27 September 2007
Oh Sweet 100
I first read about sweet 100 tomatoes in Mario Batali's Babbo Cookbook, and later in the Zuni Cafe Cookbook, two splattered, well-loved members of my cookbook collection. I have to admit, at first I thought they were pretentious, calling for a specific kind of tomato, surely any cherry tomato would do? But when I was planting tomatoes in the spring and saw sweet 100's at the nursery I immediately chose them; just the name is evocative enough. Now I can tell you that if you ever grow any tomatoes, grow sweet 100's, they're almost candylike in their sweetness and best of all they are amazingly prolific, you can even grow them in pots on your fire escape.
As the end of summer approached, I heard many people bemoaning the end of summer heirlooms, while others even admitted they'd be relieved when tomato-fanaticism was over. But anyone who actually grows tomatoes knows otherwise, just when I thought I could pull them out and plant things for fall, my tomato plants set all new blooms. The slightly cooler nights help set tomato blossoms (creating the fruits), so that when temperatures drop slightly at then end of August you've got a whole new crop to look forward to in October or up until the frost free date. Connoisseurs know that fall tomatoes are actually the best tomatoes.
I let some of my tomatoes go (goodbye hard to grow Brandywines) to make room for broccoli and beets, but those sweet 100's are sticking around for a while, mainly because we love them in this particular dish. I first started making a side dish of sauteed tomatoes, and we fell in love with the simplicity of just warm garlicky tomatoes, especially the way the little ones burst in your mouth. It was the obvious next step to make it a sauce for pasta, in our case whatever spaghetti or fettucini was in the cabinet. It sounds rather obvious, but this simple combination is truly spectacular.
A few notes on the recipe: I generally shy away from olive oil by the cup-full, but you really do need to be generous here, and don't worry you won't ingest it all. That oil is going to infuse with garlic and then it's going to coat those wonderful tomatoes and then it's going to coat the pasta, and you really don't want to have to worry about anything sticking, and when you transfer the pasta to your serving bowl any excess oil will stay behind in the pan.
When I'm feeling zealous I like to add a crunchy breadcrumb topping to this simple pasta dish. Toasted breadcrumbs (specifically pangrattato) are a traditional addition to pasta in Sicily. Whenever I've made pasta dishes with breadcrumbs, the crispy crumbs just went limp and mushy in the sauce, I always thought I was doing something wrong, but I recently learned from Amanda that this is actually the way the dish is supposed to be, the breadcrumbs were a way for poor people to bulk-up the dish. Personally, I don't like soggy breadcrumbs, so I devised my own solution by adding some ground almonds to the topping which stay nice and crunchy atop the pasta. I like the contrast they add, but the dish is good even without them.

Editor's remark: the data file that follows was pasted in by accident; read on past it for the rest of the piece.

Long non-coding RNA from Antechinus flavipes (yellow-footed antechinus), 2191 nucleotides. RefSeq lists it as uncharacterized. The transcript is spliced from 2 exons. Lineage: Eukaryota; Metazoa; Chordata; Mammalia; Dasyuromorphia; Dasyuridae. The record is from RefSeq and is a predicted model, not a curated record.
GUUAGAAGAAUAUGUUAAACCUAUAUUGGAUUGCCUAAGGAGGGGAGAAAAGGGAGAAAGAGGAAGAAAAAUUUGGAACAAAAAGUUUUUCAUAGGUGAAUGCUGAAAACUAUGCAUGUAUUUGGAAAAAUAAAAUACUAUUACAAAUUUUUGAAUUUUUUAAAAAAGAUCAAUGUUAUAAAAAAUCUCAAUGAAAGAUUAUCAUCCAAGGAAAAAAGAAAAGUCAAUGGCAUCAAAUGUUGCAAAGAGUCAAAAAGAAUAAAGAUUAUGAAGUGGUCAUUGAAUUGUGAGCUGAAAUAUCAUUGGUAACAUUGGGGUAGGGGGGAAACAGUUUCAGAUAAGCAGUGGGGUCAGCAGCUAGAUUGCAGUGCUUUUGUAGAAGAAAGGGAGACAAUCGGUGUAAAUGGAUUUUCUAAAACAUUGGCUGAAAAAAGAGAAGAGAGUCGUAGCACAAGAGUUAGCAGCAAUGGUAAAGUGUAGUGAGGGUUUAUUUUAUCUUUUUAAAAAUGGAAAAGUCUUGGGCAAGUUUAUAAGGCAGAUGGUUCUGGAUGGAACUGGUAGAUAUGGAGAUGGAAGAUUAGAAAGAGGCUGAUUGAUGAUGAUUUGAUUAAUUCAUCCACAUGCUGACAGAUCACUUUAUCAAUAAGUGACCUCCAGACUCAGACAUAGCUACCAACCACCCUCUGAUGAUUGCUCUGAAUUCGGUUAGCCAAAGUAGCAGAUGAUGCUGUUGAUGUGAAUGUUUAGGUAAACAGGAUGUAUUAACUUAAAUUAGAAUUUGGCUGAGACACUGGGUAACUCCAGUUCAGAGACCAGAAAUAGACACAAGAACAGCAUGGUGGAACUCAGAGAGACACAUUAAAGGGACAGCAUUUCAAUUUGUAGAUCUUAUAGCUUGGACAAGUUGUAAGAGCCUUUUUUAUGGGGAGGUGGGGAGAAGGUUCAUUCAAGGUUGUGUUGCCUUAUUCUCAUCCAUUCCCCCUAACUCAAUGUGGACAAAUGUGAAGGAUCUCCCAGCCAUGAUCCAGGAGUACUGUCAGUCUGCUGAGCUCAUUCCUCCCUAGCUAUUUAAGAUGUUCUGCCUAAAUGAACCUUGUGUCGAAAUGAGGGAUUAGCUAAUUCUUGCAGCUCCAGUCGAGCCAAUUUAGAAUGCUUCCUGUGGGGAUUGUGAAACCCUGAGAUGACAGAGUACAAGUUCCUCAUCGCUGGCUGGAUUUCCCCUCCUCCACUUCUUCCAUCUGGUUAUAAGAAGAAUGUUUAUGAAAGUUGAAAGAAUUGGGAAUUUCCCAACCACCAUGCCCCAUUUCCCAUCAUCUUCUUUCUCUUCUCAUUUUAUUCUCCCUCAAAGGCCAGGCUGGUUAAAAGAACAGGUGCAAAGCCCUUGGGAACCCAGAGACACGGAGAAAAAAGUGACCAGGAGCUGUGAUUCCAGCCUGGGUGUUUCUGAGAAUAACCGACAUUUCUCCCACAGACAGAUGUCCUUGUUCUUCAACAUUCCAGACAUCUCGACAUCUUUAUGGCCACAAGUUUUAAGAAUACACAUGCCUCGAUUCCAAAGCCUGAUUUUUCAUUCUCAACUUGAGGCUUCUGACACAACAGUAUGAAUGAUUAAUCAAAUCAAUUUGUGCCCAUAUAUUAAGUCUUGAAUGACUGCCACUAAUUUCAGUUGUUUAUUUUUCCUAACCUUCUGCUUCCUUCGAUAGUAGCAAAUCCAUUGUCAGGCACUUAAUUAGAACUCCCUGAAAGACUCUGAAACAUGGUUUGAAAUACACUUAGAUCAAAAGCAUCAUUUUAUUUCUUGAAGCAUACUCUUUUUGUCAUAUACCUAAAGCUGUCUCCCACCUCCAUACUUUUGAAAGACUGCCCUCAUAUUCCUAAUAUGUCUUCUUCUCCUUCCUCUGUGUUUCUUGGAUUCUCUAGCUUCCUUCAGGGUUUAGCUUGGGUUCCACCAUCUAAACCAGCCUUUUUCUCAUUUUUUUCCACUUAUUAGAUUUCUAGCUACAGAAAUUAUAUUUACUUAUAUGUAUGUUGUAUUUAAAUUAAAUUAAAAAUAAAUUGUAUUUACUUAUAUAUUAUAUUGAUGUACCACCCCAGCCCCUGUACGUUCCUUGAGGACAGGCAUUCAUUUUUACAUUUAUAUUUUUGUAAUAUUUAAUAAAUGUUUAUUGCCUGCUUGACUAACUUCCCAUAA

You've got a good bit of tomato season left, and if you make this you're guaranteed a few moans of gustatory pleasure, which is pretty impressive for a 5 minute pasta dish. I'm not saying you have to use sweet 100's, any cherry tomato will do, but I know I'll never go back.
I'm off to Portland, Oregon, for a few days, so if I'm a bit slow in posting and responding to comments I hope you'll understand.
Pasta with Sweet 100 Tomatoes and Crunchy Breadcrumbs
The ultimate seasonal version of classic pasta and tomatoes, we like to make it with the sweet 100 tomatoes that come in September. Serves 4.
1 lb pasta, like spaghetti or bucatini
1/4 cup olive oil
4 garlic cloves, thinly sliced
2 pints cherry tomatoes, like Sweet 100's
salt and pepper
for the topping:
1 1/2 cups fresh breadcrumbs
1/2 cup finely chopped or roughly ground almonds
1 tbl minced fresh basil or garlic chives
1. For the topping: Combine the breadcrumbs, almonds, and herbs in a bowl with some salt and pepper, rub everything together with your finger tips to combine. Heat a glug of olive oil in a saute pan. Add the breadcrumb mixture to the pan and cook, stirring frequently, until the mixture is well toasted and browned. Put the bread crumbs back in the bowl and set aside.
2. Halve about half the tomatoes, leaving the smaller ones whole.
3. Set a large pot of water to boil and cook the spaghetti according to package instructions until al dente. Meanwhile, wipe out the skillet you used for the breadcrumbs and heat the 1/4 cup of olive oil in it. Add the garlic and cook over low heat until the garlic is soft, golden, and fragrant (but not too browned!), about two minutes. Add the tomatoes and cook, swirling the pan occasionally, until the tomatoes are just about to burst. Season with salt and pepper.
4. When the pasta is done, use tongs to transfer it to the pan with the cherry tomatoes. Toss everything together over the heat just to combine, about a minute. Divide the mixture among serving bowls and sprinkle with breadcrumb topping, serve immediately.
See Also: Growing Fall Tomatoes